The medical practice of drawing, testing, and analyzing blood is known as phlebotomy. Blood samples may be drawn for donations or transfusions, as well as to check for the presence of diseases. Individuals with the appropriate education and training can work in a variety of phlebotomy jobs. Technicians, who physically draw blood from patients, hold the majority of phlebotomy jobs. Clinical laboratory technologists, veterinary technicians, and scientific researchers are examples of other professionals.
Phlebotomy technicians and phlebotomists are medical professionals who draw blood. These individuals collect blood samples from arm veins with sterilized needles and store them in vials for later analysis. A phlebotomist cleans the puncture site with cotton and sterile pads after a procedure and wraps the arm in a bandage to prevent further bleeding.
High school diplomas are usually sufficient for phlebotomy jobs, though some employers prefer to hire phlebotomists who have earned associate degrees or certificates from specialized medical vocational schools. Nurses and experienced technicians typically provide formal, on-the-job training to new phlebotomists. To gain professional certification and begin working independently, many states and countries require phlebotomists to pass written and practical examinations. Ambulatory care centers, hospitals, public health clinics, nursing homes, and blood donation centers all employ skilled phlebotomy technicians.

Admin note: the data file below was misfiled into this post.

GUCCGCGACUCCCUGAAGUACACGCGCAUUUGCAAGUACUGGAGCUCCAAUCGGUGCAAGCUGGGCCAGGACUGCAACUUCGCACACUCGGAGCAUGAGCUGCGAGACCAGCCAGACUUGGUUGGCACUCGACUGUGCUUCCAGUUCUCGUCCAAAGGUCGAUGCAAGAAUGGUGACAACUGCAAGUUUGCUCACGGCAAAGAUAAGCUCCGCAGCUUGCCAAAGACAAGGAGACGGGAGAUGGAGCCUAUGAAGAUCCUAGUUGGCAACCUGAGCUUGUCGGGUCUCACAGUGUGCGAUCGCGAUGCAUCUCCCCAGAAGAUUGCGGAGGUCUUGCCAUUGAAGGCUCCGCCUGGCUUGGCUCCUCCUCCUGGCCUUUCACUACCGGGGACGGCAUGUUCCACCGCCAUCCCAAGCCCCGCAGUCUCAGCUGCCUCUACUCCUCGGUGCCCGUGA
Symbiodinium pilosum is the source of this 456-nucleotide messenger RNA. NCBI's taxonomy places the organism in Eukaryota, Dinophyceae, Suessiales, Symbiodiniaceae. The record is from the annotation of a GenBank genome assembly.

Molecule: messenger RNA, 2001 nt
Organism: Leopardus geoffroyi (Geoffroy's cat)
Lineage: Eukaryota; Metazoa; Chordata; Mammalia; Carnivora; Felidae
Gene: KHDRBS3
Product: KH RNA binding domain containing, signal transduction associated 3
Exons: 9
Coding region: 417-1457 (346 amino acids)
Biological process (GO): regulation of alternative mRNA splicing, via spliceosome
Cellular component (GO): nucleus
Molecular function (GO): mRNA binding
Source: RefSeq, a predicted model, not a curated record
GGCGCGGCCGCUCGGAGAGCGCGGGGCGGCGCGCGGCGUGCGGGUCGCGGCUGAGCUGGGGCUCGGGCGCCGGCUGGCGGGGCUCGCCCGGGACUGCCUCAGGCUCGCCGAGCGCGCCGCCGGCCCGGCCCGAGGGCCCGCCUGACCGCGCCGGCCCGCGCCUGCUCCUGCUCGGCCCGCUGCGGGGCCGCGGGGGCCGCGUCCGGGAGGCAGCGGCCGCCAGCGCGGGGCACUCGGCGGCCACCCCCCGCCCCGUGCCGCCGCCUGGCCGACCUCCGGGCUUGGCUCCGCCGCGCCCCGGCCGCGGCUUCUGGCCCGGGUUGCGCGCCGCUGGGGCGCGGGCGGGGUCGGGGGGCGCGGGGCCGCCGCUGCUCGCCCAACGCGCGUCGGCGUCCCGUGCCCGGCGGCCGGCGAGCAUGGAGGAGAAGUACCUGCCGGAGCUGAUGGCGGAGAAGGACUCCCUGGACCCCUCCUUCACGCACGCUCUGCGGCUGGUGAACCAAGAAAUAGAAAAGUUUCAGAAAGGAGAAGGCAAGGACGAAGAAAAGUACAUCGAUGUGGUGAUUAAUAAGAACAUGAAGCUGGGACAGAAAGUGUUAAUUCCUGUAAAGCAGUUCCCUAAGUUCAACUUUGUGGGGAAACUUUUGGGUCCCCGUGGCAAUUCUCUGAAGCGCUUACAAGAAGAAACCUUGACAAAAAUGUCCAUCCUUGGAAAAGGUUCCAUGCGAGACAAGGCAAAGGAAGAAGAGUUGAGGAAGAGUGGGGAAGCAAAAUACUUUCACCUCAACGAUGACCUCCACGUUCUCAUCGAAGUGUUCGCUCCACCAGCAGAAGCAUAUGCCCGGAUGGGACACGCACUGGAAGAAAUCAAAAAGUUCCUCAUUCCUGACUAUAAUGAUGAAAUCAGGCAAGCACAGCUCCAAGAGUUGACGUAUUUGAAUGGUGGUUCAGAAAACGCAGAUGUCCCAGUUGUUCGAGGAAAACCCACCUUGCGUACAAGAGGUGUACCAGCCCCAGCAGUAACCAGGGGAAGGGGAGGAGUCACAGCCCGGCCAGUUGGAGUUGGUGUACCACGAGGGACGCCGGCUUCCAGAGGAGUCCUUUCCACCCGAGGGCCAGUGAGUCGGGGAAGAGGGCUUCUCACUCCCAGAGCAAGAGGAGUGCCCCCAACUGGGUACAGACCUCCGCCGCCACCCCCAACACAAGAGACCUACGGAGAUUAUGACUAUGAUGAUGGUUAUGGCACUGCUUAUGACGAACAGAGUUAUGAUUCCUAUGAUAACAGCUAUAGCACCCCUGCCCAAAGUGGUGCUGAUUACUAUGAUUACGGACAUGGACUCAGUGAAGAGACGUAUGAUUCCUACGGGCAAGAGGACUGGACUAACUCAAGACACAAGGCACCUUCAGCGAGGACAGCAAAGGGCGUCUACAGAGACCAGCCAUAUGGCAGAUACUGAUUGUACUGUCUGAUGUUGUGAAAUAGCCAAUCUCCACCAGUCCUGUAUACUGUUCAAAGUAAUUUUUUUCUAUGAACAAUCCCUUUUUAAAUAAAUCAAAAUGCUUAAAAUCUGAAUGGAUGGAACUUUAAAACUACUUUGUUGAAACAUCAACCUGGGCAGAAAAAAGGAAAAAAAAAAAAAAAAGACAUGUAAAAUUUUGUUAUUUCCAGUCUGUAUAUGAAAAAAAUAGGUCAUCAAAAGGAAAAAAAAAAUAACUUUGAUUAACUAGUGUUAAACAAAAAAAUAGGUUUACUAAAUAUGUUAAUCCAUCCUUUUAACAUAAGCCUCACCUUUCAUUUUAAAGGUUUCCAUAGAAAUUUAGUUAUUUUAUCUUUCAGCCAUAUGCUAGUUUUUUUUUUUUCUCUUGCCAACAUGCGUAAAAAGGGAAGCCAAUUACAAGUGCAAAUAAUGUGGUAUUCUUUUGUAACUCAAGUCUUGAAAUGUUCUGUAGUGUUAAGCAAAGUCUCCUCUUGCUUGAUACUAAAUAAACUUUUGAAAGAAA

Phlebotomists are clinical laboratory technologists who analyze blood samples after they have been drawn. Microscopes and other laboratory equipment are used to look for abnormal material in blood cells, and chemical experiments are used to detect various diseases. A bachelor’s degree in medical technology, anatomy, or a related field is usually required for employment as a technologist. Before working as an independent phlebotomist, new technologists typically receive several months of specialized training in hospital laboratories, and they may be required to pass state licensing exams.
Because pets and farm animals require blood tests and medical services in the same way that humans do, veterinary technicians perform many of the same phlebotomy tasks. Blood is drawn, samples are analyzed, and technicians assist veterinarians in making diagnoses. To work in animal clinics or hospitals, most veterinary technicians must pass licensing exams and earn associate or bachelor’s degrees from accredited schools.
Phlebotomy research is a specialty of many skilled biological scientists. To pinpoint diseases and test new medicines, scientists conduct laboratory experiments and research historical data. A medical professional might be interested in learning how and why certain blood components, such as white blood cells, react to pathogens or medicines. Phlebotomy jobs are typically held biological scientists with doctoral degrees in microbiology, chemistry, or medicine who work in private laboratories, pharmacology companies, or biotechnology companies.